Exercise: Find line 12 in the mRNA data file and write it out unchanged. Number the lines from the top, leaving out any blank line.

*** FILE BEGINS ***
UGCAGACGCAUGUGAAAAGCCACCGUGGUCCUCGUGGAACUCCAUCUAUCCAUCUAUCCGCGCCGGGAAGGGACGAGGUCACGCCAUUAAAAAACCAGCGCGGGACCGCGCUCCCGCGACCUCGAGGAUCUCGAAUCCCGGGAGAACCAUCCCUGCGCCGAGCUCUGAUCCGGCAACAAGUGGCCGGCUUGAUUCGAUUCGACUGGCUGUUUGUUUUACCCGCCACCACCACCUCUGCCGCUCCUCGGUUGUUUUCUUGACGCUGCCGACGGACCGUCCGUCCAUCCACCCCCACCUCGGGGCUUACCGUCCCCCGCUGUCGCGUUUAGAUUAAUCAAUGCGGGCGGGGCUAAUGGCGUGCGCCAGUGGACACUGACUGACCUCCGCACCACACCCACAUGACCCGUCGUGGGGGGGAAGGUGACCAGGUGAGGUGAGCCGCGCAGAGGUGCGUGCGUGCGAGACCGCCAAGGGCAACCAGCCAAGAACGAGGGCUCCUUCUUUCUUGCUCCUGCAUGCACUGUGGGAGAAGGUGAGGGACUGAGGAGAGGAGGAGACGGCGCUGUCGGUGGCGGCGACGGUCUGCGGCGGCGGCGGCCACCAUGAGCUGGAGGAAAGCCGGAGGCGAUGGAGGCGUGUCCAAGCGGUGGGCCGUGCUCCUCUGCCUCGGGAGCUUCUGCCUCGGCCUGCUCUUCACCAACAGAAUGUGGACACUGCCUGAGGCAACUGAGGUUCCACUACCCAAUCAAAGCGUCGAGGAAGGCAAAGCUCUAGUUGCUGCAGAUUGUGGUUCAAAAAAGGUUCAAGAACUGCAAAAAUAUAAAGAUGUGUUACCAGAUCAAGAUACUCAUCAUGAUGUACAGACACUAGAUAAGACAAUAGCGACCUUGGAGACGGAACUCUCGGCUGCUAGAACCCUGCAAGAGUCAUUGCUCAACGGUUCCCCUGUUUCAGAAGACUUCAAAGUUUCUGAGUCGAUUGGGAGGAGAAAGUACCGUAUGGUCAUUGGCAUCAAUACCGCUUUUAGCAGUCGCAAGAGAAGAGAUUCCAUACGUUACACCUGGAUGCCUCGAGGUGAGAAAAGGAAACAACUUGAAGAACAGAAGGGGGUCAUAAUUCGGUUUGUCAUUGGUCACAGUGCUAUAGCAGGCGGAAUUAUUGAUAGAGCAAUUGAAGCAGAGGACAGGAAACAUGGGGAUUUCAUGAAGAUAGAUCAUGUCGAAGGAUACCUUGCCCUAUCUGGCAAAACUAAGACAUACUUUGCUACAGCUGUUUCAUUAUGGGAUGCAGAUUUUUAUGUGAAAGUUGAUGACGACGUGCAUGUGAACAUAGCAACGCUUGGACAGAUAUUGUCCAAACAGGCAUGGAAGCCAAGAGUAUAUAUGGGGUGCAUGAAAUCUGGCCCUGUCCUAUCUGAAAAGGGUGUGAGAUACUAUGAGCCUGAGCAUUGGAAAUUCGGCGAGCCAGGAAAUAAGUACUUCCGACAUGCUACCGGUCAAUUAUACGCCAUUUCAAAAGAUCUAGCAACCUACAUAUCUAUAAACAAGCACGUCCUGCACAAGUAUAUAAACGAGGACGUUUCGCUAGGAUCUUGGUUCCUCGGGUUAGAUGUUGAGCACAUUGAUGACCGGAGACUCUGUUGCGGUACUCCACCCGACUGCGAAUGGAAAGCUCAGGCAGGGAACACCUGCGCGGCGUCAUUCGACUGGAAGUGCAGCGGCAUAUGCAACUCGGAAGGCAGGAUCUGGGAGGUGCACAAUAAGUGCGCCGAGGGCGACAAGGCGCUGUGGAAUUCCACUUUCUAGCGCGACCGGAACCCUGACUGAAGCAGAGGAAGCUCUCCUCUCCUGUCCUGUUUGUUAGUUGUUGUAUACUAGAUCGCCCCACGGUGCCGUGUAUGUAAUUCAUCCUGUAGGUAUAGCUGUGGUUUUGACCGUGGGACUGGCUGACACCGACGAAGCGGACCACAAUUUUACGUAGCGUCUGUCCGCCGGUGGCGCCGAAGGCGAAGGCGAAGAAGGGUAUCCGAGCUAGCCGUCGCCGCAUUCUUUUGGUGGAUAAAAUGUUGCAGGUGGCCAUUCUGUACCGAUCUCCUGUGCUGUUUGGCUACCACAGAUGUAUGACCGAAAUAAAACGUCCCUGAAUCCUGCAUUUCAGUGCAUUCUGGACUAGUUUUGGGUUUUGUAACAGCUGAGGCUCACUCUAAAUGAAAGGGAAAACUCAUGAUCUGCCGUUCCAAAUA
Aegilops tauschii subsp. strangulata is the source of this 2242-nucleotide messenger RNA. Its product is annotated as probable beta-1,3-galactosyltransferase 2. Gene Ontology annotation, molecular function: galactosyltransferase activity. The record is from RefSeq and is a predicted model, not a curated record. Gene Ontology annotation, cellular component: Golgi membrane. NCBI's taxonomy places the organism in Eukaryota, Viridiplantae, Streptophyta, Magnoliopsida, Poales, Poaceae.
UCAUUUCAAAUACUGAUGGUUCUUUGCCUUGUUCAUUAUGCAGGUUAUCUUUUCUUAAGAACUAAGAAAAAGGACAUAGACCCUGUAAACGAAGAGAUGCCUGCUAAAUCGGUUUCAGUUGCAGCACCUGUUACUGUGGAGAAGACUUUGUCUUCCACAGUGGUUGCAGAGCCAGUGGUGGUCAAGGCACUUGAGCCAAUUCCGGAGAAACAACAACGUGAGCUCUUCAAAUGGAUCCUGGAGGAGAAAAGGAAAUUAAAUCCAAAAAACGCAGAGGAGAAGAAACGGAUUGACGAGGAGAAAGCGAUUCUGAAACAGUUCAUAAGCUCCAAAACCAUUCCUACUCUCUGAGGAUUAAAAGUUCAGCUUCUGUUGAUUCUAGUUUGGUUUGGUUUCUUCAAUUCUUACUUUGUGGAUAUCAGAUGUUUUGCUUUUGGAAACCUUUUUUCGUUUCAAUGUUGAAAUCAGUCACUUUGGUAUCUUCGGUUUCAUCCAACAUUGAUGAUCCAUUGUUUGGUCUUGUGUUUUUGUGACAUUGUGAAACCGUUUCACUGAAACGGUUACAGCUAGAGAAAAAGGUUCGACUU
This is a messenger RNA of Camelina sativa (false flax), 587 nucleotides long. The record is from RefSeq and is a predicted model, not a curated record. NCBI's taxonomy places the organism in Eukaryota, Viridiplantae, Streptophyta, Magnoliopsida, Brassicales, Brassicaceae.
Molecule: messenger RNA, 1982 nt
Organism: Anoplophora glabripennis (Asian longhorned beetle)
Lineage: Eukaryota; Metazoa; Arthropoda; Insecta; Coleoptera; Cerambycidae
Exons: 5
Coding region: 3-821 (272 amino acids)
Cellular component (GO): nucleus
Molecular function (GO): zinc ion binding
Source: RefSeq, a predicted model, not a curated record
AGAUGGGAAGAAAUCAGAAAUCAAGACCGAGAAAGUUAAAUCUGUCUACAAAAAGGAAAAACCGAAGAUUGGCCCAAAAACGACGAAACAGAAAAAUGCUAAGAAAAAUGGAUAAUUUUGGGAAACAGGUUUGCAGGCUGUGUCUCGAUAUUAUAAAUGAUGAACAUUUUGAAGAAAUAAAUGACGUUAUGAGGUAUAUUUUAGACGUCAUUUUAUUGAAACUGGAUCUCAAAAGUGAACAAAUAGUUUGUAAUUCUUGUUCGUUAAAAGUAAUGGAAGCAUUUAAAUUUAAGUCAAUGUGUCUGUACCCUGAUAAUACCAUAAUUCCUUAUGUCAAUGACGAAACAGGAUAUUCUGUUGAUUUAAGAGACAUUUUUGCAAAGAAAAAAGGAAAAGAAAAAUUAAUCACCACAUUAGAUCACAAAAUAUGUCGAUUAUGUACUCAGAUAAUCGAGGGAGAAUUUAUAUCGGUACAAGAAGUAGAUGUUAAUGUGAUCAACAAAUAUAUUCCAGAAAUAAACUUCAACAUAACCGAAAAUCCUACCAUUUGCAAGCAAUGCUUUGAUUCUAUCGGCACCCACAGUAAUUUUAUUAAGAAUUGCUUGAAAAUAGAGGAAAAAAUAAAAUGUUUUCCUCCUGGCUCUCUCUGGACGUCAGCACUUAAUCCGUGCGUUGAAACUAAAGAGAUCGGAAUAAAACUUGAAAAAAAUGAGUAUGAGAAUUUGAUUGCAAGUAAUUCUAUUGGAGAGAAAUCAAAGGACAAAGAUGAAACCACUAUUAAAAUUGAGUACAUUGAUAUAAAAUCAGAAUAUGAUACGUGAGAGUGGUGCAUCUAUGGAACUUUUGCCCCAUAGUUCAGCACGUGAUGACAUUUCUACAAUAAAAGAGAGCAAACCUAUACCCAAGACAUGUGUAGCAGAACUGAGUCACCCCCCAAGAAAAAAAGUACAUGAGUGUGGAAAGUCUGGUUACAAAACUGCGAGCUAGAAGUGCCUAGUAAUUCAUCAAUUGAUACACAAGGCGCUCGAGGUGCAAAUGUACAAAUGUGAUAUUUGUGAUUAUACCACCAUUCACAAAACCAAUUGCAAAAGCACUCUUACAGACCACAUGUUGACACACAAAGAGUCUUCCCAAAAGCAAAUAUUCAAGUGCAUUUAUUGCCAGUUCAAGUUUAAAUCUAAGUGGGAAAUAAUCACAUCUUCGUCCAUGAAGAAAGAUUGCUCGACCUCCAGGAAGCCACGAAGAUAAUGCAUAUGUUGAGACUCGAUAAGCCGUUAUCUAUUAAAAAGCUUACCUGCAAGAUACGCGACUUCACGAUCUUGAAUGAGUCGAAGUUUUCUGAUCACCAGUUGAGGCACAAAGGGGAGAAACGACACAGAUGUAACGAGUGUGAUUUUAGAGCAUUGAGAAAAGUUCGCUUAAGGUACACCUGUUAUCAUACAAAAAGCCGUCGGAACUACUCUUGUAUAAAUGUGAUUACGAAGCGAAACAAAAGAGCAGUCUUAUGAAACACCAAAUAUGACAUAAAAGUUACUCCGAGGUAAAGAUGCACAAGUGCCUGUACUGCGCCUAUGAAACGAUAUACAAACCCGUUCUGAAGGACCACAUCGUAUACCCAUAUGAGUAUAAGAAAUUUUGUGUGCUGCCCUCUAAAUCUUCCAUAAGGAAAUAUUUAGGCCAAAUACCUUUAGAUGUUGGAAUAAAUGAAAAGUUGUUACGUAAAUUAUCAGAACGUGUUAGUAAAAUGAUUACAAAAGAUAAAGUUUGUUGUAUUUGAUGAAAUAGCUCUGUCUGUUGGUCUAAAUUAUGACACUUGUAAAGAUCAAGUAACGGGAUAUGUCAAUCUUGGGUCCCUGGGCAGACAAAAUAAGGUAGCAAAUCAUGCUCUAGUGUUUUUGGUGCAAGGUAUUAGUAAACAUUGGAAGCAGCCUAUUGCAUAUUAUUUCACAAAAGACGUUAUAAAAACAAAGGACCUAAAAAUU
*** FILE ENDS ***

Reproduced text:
Source: RefSeq, a predicted model, not a curated record